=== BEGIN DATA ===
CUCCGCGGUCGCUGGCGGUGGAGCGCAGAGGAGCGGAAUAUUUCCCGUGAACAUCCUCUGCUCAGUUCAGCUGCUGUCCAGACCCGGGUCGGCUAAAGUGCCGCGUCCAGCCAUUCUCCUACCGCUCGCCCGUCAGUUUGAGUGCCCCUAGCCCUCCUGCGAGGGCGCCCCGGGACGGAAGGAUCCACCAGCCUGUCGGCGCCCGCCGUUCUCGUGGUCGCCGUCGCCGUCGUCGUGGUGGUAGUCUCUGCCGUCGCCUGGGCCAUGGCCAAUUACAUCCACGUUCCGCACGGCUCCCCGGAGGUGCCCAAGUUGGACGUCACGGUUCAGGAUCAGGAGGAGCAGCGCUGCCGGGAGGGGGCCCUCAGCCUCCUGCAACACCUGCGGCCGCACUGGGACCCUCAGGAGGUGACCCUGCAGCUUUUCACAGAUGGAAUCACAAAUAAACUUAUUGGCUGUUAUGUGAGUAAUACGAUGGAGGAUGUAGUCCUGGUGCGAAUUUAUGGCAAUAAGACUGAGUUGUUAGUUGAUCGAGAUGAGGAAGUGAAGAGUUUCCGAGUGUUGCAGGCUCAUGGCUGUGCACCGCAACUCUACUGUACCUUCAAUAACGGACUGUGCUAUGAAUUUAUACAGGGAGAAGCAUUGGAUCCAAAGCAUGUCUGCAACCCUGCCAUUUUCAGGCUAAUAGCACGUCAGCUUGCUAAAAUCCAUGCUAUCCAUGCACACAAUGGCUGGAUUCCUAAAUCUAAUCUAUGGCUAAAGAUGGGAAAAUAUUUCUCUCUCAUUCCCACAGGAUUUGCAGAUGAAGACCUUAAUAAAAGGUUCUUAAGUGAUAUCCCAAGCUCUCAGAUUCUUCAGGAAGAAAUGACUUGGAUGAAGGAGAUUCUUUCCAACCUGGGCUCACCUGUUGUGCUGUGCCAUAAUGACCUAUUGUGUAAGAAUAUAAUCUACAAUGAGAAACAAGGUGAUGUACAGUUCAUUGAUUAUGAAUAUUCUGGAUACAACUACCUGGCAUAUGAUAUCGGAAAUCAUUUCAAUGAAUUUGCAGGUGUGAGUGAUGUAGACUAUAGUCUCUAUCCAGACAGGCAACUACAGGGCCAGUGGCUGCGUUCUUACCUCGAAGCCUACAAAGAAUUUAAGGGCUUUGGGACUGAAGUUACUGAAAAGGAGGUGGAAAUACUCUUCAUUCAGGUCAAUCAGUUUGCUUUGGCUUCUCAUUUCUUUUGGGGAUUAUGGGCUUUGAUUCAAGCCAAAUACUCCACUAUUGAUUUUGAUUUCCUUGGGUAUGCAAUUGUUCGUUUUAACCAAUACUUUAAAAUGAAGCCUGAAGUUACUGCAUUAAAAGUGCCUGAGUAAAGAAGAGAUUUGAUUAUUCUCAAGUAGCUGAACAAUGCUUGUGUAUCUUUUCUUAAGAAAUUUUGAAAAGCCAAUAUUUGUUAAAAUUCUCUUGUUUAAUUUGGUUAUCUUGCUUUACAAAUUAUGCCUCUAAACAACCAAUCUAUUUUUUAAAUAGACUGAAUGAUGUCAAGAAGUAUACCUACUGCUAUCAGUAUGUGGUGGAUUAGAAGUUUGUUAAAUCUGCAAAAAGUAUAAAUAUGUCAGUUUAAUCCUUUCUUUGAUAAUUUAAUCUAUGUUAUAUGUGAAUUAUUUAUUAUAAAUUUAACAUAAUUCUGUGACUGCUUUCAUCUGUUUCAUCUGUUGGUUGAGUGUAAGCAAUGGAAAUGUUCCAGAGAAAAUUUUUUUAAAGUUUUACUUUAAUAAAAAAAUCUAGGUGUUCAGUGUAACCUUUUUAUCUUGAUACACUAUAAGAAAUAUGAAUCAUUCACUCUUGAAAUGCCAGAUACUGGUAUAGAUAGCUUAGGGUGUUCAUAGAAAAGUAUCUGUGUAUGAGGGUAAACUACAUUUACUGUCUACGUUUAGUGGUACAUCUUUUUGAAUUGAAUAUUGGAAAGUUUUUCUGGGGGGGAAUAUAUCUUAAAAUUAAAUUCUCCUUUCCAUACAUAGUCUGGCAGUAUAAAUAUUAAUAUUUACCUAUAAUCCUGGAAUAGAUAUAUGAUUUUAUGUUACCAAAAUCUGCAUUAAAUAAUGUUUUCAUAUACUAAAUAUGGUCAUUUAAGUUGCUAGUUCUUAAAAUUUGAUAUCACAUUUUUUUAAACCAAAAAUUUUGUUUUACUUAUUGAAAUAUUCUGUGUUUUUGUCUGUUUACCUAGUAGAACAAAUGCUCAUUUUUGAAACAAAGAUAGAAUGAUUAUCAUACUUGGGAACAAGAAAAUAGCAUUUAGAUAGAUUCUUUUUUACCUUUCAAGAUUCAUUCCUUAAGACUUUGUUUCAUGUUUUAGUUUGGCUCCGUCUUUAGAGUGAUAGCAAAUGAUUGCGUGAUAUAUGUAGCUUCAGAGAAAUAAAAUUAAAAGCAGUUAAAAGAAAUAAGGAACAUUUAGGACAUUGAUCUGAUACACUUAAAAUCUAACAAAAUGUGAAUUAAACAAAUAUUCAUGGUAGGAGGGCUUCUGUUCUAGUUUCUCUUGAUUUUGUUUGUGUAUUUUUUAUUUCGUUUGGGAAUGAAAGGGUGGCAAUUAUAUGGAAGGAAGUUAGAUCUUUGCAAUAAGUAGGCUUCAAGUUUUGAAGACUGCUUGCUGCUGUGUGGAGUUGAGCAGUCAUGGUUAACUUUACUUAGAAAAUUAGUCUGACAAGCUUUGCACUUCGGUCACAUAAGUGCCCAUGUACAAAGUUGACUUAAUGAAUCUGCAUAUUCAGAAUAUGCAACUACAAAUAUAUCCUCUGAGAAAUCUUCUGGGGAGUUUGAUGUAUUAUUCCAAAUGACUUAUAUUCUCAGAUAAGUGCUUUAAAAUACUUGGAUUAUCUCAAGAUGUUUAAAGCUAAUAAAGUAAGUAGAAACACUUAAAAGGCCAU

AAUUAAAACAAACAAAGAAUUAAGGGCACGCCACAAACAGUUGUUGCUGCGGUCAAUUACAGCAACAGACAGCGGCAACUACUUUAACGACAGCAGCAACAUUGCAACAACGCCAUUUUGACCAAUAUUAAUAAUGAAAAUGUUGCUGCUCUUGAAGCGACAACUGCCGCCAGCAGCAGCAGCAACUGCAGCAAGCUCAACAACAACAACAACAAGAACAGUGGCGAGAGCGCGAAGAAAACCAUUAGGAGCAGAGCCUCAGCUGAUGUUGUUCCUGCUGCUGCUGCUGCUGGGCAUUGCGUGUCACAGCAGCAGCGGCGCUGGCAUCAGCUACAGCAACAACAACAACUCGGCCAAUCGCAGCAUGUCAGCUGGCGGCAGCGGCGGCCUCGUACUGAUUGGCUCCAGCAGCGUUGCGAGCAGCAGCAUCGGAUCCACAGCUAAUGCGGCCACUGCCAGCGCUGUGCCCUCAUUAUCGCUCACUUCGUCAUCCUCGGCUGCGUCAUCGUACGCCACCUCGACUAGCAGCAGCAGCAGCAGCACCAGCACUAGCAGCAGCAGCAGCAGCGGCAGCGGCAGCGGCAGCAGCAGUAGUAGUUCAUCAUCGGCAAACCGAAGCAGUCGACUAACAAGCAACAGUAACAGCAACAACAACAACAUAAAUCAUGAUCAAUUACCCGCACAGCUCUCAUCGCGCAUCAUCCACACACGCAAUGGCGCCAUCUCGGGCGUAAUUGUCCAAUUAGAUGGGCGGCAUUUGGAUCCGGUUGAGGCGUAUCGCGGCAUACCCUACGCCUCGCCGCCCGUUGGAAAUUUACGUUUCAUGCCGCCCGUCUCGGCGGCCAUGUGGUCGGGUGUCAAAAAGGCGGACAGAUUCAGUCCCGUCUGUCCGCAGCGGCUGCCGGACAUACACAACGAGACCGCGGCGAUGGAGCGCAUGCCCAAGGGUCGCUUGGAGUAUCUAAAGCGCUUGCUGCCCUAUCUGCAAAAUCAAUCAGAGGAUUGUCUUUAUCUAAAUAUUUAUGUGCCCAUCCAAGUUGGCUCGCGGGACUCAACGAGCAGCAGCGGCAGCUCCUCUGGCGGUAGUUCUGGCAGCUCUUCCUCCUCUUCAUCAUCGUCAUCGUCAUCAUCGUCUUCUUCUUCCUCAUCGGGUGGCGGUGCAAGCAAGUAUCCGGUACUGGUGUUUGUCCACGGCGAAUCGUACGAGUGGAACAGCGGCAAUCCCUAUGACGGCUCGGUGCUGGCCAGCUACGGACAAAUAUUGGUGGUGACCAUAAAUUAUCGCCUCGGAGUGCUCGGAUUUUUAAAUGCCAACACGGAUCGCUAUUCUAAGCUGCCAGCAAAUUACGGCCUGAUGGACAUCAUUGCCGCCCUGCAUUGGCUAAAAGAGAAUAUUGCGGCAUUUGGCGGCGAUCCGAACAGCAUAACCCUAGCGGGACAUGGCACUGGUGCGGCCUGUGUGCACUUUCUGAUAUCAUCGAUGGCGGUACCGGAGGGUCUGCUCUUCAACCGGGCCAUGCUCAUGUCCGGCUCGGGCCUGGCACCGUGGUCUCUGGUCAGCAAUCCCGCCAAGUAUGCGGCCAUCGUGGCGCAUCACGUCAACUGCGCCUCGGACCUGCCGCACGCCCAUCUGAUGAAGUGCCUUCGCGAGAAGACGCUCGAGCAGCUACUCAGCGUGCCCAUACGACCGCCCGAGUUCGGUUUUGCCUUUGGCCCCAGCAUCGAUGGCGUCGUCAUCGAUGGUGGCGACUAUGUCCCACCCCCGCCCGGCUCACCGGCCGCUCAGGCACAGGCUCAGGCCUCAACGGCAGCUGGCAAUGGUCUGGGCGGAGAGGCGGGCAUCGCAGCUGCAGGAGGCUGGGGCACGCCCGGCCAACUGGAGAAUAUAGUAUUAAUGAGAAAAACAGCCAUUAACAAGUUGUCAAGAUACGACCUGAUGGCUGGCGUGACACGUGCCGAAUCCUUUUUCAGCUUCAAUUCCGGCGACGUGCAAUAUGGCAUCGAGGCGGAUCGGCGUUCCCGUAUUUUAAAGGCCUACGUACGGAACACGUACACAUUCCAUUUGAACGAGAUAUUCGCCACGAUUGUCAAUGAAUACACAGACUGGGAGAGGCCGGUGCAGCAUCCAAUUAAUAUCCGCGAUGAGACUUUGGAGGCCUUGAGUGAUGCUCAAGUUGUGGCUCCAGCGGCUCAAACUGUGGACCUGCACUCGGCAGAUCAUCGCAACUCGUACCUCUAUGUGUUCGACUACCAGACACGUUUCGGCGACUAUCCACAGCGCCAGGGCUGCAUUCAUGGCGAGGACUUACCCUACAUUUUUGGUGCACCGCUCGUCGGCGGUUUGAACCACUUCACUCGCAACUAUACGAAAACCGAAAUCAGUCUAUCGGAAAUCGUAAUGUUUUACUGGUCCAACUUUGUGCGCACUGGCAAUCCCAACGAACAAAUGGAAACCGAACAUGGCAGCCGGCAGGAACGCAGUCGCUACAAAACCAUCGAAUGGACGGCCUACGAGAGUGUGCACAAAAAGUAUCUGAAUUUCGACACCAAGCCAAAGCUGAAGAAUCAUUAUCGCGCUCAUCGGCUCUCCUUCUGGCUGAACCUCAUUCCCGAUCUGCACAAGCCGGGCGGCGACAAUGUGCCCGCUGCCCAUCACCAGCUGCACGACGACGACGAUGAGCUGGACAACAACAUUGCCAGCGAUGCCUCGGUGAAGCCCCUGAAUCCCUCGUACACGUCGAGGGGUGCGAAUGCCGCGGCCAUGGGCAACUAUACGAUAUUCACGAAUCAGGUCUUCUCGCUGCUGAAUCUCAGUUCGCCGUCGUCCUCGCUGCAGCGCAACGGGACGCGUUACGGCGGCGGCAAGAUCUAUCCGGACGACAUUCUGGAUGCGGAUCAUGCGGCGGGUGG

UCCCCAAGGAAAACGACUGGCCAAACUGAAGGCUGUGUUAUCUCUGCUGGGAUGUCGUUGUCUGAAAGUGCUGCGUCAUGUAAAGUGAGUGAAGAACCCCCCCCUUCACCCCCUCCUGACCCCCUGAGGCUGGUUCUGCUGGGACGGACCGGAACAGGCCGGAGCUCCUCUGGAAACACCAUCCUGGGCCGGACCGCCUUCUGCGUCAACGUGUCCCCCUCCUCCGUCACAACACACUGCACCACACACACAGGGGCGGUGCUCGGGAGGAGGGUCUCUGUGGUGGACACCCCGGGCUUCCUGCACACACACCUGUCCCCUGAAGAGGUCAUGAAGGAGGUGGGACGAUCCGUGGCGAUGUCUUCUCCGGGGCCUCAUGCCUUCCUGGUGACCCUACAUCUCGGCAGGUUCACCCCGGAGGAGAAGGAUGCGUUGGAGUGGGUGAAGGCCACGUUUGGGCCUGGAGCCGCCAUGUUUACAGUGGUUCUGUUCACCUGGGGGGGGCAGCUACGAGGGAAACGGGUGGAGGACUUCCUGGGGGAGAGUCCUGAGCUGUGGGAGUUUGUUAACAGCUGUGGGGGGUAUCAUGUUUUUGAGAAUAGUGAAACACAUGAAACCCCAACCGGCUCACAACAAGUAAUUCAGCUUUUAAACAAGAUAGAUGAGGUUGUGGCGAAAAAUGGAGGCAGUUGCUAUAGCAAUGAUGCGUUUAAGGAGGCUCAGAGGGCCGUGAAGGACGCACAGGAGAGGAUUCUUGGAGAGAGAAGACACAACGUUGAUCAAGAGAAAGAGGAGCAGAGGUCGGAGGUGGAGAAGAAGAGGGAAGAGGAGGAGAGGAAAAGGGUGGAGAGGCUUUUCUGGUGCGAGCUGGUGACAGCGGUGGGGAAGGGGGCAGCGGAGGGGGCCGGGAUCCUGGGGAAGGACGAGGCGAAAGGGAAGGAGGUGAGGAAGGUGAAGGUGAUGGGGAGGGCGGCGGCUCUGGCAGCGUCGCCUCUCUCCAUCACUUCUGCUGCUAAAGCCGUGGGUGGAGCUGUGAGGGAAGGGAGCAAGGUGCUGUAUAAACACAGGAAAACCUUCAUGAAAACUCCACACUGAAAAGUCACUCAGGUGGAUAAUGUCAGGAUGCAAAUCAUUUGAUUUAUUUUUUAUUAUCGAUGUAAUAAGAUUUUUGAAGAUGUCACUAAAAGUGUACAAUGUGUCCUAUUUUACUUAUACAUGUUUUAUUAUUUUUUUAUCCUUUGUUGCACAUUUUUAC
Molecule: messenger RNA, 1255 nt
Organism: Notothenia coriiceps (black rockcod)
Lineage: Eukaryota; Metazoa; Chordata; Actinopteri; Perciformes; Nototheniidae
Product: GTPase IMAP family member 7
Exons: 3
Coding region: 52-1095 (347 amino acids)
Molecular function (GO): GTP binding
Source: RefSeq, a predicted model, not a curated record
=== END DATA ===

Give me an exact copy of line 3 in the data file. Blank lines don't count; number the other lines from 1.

UCCCCAAGGAAAACGACUGGCCAAACUGAAGGCUGUGUUAUCUCUGCUGGGAUGUCGUUGUCUGAAAGUGCUGCGUCAUGUAAAGUGAGUGAAGAACCCCCCCCUUCACCCCCUCCUGACCCCCUGAGGCUGGUUCUGCUGGGACGGACCGGAACAGGCCGGAGCUCCUCUGGAAACACCAUCCUGGGCCGGACCGCCUUCUGCGUCAACGUGUCCCCCUCCUCCGUCACAACACACUGCACCACACACACAGGGGCGGUGCUCGGGAGGAGGGUCUCUGUGGUGGACACCCCGGGCUUCCUGCACACACACCUGUCCCCUGAAGAGGUCAUGAAGGAGGUGGGACGAUCCGUGGCGAUGUCUUCUCCGGGGCCUCAUGCCUUCCUGGUGACCCUACAUCUCGGCAGGUUCACCCCGGAGGAGAAGGAUGCGUUGGAGUGGGUGAAGGCCACGUUUGGGCCUGGAGCCGCCAUGUUUACAGUGGUUCUGUUCACCUGGGGGGGGCAGCUACGAGGGAAACGGGUGGAGGACUUCCUGGGGGAGAGUCCUGAGCUGUGGGAGUUUGUUAACAGCUGUGGGGGGUAUCAUGUUUUUGAGAAUAGUGAAACACAUGAAACCCCAACCGGCUCACAACAAGUAAUUCAGCUUUUAAACAAGAUAGAUGAGGUUGUGGCGAAAAAUGGAGGCAGUUGCUAUAGCAAUGAUGCGUUUAAGGAGGCUCAGAGGGCCGUGAAGGACGCACAGGAGAGGAUUCUUGGAGAGAGAAGACACAACGUUGAUCAAGAGAAAGAGGAGCAGAGGUCGGAGGUGGAGAAGAAGAGGGAAGAGGAGGAGAGGAAAAGGGUGGAGAGGCUUUUCUGGUGCGAGCUGGUGACAGCGGUGGGGAAGGGGGCAGCGGAGGGGGCCGGGAUCCUGGGGAAGGACGAGGCGAAAGGGAAGGAGGUGAGGAAGGUGAAGGUGAUGGGGAGGGCGGCGGCUCUGGCAGCGUCGCCUCUCUCCAUCACUUCUGCUGCUAAAGCCGUGGGUGGAGCUGUGAGGGAAGGGAGCAAGGUGCUGUAUAAACACAGGAAAACCUUCAUGAAAACUCCACACUGAAAAGUCACUCAGGUGGAUAAUGUCAGGAUGCAAAUCAUUUGAUUUAUUUUUUAUUAUCGAUGUAAUAAGAUUUUUGAAGAUGUCACUAAAAGUGUACAAUGUGUCCUAUUUUACUUAUACAUGUUUUAUUAUUUUUUUAUCCUUUGUUGCACAUUUUUAC